#childsafety | Finding support, acceptance outside of our biological families

When we met 20 years ago, neither of us could have imagined the life we now share. We have been inseparable ever since and are happily — and legally — married, with two exceptional children. Our relationship is rooted in love, respect and commitment and is more resilient because of hard-won gains and painful losses.

LGBTQ couples and our marriages have the support of an overwhelming majority of Americans. Now we are speaking out in a new campaign to encourage all who support us to speak up with their votes. Our families have a lot to lose in this election.

When the Supreme Court overturned Roe v. Wade, tossing out rights Americans have had for almost 50 years, we immediately saw the threat. Our rights will likely be the next to go, as laid out in the concurring opinion urging the court to reconsider Obergefell. The U.S. Senate then delayed a vote on codifying marriage equality until after the election. Our rights as a family are in the hands of judges and voters, a reality most couples never have to face.

But our love story is as extraordinary and ordinary as any other. We serendipitously met while sitting one in front of the other at a concert in 2002. We got engaged three years later on Christmas Eve 2005, with a “down-on-one-knee” proposal, and a scavenger hunt leading to two silver rings hung from a crystal cross tree ornament. We began our shared journey toward becoming a family after popping the question: Would you do me the honor of spending the rest of your life with me? The crystal cross is the final ornament we place on our Christmas tree each year with our children.

We had a quintessential chapel wedding in December 2007. Our parents walked us down the aisle, and our sisters and two best friends stood with us to witness our commitment, surrounded by family and close friends. Our wedding was not yet a legal marriage but it had every element of meaning important to any couple.

In 2011, we expanded our family through adoption. Despite the birth family choosing us as a couple, our state of residence considered us nothing more than roommates. One of us became our son’s legal adoptive parent, while the state relegated the other to the status of “other adult in the household.”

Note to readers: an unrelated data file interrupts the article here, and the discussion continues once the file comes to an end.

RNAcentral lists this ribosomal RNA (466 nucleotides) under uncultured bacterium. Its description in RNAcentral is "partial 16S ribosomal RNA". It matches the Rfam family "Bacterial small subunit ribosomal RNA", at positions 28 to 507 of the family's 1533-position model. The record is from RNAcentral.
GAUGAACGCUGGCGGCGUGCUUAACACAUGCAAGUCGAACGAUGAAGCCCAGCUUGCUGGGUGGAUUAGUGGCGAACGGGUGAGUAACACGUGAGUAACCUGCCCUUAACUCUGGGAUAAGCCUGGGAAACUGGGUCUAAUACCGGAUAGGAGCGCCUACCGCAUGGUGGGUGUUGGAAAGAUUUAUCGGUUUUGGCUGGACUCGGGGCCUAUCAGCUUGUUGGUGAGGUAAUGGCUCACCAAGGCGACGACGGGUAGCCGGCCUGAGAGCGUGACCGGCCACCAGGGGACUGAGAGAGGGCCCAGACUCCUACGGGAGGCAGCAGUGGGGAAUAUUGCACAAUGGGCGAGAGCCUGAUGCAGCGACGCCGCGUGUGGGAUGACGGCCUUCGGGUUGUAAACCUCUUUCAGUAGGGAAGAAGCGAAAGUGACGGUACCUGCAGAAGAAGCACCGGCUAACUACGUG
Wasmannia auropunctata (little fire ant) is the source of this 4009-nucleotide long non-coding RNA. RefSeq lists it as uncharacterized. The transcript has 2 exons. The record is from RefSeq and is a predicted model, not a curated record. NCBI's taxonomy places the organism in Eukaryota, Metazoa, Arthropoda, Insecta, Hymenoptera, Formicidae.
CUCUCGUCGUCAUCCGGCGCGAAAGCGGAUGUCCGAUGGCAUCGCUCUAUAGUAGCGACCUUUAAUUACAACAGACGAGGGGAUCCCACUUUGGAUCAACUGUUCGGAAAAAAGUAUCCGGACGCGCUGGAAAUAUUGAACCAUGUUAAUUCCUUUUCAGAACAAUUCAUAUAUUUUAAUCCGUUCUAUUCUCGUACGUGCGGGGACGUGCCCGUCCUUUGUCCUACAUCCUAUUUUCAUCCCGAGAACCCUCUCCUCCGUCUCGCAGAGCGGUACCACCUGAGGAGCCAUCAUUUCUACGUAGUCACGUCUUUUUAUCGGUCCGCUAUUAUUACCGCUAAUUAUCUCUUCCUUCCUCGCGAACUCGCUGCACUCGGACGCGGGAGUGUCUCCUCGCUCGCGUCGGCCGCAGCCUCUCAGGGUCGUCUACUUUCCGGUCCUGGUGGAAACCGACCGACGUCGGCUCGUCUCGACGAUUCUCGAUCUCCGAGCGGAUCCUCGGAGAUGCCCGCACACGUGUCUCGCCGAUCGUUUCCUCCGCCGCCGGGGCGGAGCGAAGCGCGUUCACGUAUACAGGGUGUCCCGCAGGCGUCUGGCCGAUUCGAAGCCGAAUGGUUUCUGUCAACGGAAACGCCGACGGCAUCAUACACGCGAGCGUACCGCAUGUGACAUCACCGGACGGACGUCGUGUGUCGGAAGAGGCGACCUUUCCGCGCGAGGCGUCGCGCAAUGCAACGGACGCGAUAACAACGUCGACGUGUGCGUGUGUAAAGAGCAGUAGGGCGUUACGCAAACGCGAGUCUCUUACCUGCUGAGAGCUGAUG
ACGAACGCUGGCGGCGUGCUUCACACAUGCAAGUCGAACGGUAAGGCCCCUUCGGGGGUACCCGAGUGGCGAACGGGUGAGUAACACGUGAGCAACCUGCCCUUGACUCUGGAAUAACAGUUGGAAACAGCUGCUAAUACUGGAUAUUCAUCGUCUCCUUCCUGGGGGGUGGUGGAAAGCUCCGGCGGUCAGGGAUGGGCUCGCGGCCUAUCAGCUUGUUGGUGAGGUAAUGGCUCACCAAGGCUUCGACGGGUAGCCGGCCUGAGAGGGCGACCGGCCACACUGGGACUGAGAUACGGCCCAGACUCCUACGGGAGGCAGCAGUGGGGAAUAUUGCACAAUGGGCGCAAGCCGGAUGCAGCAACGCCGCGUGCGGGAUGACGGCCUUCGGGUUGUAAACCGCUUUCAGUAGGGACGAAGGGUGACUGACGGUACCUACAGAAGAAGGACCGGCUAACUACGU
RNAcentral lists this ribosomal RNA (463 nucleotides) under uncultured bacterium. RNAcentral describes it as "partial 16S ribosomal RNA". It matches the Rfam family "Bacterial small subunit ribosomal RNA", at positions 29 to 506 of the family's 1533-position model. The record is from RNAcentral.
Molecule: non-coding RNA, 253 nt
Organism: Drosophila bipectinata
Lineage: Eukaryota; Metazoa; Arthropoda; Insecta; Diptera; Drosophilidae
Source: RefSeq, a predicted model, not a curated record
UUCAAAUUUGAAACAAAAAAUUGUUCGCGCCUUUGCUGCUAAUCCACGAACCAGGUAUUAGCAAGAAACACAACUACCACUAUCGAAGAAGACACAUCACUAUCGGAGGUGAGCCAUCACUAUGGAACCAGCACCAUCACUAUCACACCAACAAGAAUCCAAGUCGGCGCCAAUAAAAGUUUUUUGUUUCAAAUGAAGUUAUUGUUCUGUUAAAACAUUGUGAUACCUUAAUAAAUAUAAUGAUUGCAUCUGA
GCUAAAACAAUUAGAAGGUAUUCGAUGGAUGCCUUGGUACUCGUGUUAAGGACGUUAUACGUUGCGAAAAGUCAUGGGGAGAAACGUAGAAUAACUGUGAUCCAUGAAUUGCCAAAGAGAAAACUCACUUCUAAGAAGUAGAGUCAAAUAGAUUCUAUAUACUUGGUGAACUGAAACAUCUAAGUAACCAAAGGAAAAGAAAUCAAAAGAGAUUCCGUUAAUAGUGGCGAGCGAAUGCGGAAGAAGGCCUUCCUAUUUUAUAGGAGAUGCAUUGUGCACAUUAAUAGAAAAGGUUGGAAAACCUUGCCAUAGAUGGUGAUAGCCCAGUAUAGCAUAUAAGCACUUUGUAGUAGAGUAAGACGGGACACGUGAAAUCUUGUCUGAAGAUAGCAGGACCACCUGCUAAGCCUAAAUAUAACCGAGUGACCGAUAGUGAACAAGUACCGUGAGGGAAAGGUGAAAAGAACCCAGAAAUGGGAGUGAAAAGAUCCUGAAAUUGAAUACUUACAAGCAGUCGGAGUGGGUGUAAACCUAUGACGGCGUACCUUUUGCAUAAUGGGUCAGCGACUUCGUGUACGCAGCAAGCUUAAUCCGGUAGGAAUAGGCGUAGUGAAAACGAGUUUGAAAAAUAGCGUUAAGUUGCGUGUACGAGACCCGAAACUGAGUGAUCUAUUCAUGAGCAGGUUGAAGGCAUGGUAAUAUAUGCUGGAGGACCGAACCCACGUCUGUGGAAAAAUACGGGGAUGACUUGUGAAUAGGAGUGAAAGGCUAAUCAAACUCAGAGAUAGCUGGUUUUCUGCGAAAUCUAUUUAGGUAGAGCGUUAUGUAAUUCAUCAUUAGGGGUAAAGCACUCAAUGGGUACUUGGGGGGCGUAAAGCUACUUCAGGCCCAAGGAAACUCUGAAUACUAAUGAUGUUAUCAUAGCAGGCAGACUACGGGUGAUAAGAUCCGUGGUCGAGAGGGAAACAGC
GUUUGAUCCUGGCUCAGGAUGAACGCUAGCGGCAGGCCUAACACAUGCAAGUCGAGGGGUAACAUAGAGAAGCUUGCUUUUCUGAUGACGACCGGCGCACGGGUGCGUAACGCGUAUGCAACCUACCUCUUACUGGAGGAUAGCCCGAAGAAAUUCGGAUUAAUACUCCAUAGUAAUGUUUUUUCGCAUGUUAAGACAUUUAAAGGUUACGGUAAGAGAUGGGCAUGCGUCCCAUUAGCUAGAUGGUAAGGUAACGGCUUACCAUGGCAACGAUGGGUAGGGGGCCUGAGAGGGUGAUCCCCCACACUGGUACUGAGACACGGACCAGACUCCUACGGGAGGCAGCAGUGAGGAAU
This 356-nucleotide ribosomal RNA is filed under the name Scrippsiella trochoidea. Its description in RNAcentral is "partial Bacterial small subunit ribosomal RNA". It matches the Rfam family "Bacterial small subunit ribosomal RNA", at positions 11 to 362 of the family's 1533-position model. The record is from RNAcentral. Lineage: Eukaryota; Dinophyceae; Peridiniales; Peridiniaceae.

The fear and anxiety we faced as a committed couple, living in a state without marriage equality, led us to travel to Washington, D.C., in 2012 to make our marriage legal. After many conversations with each other and family, we decided to relocate to a state with marriage rights in 2014 — a choice we realize not all families can make. We started over with a young child, a new home and employment and no family and friends support system.

We worked with a local attorney to secure legal recognition for the non-adoptive parent, a process that involved legal fees, paperwork, and patience. We also amended our son’s birth certificate to include us both as his parents. In 2015, we expanded our family again when we welcomed our second child, whom we could adopt jointly as a married couple.

We felt secure returning to raise our sons near family in 2015, following the Obergefell rulingIt seems ancient history to think of all the steps we had to take to get the same legal recognition and protections as any other couples and parents. Since Obergefell, families of all shapes and sizes have been increasingly accepted and welcomed in communities.

Still, there is no doubt the court can take marriage rights away and will try. The risk to our family and all LGBTQ+ families is crystal clear and deeply troubling. For us, if the Supreme Court overturns Obergefell, a dormant constitutional amendment banning the legal recognition of same-sex marriage in our current state of residence would immediately invalidate the legal recognition of our marriage.

We got married because we love each other and we want to be there for each other. Our marriage helps protect our kids and us. We never want to worry about one of us not being allowed in a hospital room, being eligible for survivor benefits, or, God forbid, having our kids not seen as part of our family. All families deserve love and protection.

Equality for all families should not be a partisan issue. LGBTQ+ families already have the support of people from all parties. By sharing our story, we want to alert every LGBTQ+ and ally voter to take action to protect our family and our marriage. It’s time for politicians to catch up. 

We urge voters to make a plan, know whether candidates support LGBTQ families, and, most importantly, send a message of acceptance and respect with your vote. Nothing will dissuade us from being a family, devoted to raising two children in an ever-changing world. Hopefully, a world that welcomes, embraces and protects all families.

Kent and Diego have been together for 20 years, married for over a decade, and are raising two beautiful children together. They are featured in an ad produced by GLAAD and Family Equality now running nationwide urging LGBTQ voters to the polls.

Source link
.  .  .  .  .  .  . .  .  .  .  .  .  .  .  .  .   .   .   .    .    .   .   .   .   .   .  .   .   .   .  .  .   .  .